“The current U.S. trade proposal, in effect, holds hostage the trade interests of the overwhelming majority of U.S. exporters—and the workers and suppliers who depend on them—to the trade interests of a very small group of agricultural exporters. The agricultural constituency is even smaller than it appears based on the export figures. The domestic farm subsidies that the United States has insisted on protecting go to only half of U.S. farms. Within that group, the overwhelming share goes to very large farms and agricultural corporations. It is hard to defend a bargaining stance that caters to the interests of such a small segment of U.S. firms and households while blocking negotiations on manufacturing and service sectors that offer much wider benefits.”
This week too, the ICTSD reports on a paper circulating among a group of mid-sized countries with many interests in agricultural liberalization and who are not members of the group of big countries whose disagreement ultimately led to the July 2006 collapse. It outlines three possible scenarios for a final way out of the current deadlock. The least ambitious one goes thus, so ICTSD:
“Under the least ambitious ‘scenario A’, the document foresees a 65 percent cut in US overall trade distorting support, to USD 17 billion. The current US proposal would cut its own ceiling level for these subsidies by 53 percent, to roughly USD 22.5 billion – still higher than the USD 19.7 billion spent in 2005. EU subsidies would be cut by 70 percent, which corresponds to what it has tabled in the negotiations.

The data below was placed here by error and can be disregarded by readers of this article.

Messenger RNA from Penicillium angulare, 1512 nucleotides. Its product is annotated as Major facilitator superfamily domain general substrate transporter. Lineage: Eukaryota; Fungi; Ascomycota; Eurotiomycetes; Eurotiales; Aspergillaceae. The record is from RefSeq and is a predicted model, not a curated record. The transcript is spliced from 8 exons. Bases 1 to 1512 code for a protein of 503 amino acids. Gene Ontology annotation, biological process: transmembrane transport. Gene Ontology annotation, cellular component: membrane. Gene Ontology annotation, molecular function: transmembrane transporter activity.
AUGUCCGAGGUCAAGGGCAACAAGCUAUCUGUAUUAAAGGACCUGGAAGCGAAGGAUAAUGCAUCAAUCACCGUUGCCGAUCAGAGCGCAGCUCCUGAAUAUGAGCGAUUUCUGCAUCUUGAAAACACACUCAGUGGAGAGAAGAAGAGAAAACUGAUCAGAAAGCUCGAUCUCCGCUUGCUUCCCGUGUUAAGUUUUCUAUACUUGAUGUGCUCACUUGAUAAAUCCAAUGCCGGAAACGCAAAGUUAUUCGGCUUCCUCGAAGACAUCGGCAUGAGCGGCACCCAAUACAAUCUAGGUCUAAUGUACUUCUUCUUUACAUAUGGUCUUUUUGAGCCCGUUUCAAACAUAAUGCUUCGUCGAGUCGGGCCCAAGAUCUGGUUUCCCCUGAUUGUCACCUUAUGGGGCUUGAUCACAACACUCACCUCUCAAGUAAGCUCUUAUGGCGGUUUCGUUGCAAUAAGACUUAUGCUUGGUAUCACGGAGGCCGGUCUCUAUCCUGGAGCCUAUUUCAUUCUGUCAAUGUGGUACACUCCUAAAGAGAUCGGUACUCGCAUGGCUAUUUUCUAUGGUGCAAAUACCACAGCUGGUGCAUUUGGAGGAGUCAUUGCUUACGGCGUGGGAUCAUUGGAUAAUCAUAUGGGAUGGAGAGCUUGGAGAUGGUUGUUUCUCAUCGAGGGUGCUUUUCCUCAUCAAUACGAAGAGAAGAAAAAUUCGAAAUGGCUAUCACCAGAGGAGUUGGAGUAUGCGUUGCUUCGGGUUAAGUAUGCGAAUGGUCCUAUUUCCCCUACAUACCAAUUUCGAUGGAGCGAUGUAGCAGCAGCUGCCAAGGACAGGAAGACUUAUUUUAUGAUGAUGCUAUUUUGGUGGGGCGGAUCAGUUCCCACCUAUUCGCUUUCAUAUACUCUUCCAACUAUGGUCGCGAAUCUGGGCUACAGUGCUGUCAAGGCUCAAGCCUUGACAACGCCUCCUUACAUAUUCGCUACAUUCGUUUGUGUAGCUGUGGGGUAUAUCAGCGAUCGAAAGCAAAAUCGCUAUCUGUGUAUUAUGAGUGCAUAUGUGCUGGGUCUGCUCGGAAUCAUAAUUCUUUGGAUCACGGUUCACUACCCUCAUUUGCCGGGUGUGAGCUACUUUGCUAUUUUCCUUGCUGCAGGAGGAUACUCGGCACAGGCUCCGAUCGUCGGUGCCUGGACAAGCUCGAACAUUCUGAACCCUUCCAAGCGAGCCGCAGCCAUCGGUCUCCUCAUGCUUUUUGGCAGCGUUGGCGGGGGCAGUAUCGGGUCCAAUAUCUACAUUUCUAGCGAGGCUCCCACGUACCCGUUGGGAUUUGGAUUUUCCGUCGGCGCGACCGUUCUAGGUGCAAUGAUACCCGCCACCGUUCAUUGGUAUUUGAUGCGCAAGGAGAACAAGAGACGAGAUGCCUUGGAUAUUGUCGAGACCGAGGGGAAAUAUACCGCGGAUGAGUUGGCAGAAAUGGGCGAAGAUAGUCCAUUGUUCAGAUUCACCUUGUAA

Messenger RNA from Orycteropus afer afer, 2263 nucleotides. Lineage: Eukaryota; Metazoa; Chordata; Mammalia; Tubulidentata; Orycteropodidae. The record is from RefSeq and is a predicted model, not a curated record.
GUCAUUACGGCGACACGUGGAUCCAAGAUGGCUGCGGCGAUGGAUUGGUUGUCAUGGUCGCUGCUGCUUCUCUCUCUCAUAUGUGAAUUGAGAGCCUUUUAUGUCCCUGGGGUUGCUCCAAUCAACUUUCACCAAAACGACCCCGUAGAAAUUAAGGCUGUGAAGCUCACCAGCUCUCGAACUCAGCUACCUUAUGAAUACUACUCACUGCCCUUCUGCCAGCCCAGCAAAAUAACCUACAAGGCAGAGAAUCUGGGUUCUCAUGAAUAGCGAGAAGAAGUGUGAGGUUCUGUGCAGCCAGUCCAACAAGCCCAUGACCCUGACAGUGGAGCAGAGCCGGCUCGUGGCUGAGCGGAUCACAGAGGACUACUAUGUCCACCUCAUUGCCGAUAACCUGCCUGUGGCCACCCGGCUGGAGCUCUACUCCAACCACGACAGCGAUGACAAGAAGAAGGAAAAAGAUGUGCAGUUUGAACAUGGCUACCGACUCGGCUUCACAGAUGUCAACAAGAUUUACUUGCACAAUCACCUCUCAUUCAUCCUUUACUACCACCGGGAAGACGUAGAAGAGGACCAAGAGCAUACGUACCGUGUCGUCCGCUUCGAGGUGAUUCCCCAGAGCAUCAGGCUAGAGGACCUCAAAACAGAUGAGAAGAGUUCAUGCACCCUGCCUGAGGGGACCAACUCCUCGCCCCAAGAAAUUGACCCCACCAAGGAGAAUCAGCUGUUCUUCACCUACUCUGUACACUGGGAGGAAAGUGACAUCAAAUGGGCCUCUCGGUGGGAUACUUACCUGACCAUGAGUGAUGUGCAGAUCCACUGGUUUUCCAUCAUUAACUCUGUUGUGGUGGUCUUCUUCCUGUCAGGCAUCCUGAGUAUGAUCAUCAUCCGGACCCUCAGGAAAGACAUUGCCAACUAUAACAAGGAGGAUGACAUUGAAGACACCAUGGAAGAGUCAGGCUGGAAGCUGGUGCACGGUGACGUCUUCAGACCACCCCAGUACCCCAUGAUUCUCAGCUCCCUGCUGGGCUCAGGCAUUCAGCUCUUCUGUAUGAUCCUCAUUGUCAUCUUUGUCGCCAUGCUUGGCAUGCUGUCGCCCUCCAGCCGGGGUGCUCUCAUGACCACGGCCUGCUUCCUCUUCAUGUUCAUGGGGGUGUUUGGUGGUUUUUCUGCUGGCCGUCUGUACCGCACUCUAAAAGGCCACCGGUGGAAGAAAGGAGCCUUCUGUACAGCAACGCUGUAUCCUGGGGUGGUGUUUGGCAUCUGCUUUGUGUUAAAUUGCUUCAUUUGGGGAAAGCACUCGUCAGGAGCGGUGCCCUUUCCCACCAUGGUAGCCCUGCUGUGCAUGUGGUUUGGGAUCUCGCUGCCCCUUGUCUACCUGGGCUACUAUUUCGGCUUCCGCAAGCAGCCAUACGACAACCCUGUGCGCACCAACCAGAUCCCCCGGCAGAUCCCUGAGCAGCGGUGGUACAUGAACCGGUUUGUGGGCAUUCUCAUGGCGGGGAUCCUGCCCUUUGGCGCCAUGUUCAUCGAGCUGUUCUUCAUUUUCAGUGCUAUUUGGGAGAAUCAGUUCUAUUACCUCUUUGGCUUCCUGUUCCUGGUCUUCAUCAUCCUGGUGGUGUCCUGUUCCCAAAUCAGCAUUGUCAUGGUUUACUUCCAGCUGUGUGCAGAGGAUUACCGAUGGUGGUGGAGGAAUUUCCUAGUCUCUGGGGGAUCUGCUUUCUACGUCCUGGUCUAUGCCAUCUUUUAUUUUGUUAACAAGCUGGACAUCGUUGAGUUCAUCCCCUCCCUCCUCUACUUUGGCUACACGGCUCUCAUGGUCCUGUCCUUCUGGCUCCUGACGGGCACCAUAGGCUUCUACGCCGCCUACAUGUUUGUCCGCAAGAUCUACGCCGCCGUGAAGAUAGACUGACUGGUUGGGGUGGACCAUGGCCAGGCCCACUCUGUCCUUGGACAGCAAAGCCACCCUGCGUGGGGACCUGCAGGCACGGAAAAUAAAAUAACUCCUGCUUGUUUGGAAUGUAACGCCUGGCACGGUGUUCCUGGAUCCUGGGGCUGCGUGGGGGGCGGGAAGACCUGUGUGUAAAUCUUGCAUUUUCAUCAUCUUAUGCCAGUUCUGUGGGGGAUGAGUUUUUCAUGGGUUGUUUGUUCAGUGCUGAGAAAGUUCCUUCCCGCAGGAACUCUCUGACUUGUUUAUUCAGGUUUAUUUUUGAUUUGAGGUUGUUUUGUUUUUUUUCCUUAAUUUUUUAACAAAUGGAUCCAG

In return, the EU (and other developed countries) would have to cut tariffs by an average of 52-54 percent. This is close to the 54 percent average tariff reduction sought by the G-20 group of developing countries. It is also higher than Brussels’ original proposal of 39 percent, as well as slightly above an informal offer of about 51 percent which it made immediately before the talks collapsed in July 2006. Countries would be allowed to shield 5 to 8 percent of their tariff lines as ‘sensitive products’, and would have to expand tariff rate quotas for these products by 2-3 percent of domestic consumption – closer to the EU’s aims than to those of the US.”
There are more ambitious scenarios – but does anybody believe in them with current time-lines and French elections looming ahead? This one can surely be done (if France does not block Mandelson and George Bush means it with his injunction to “get it done”). Yes, why not “just do it”?
In my opinion the Doha round needs to be concluded soon to maintain a basic credibility for the WTO (and not least in the interest of agricultural liberalisation). It seems that the current state of proposals, even as modest as they are, would still bring substantial economic benefits. The WTO institutionality and the method by which trade liberalisation will be negotiated in future will need a comprehensive overhaul. Because, with Vietnam’s accession as the WTO’s 150th member this month, it is too big to make future rounds à la GATT doable. But if it fails completely on Doha, I doubt there will be a true reform momentum, but rather a complete concentration on regional and bilateral agreements with a concurrent sinking of the WTO into oblivion.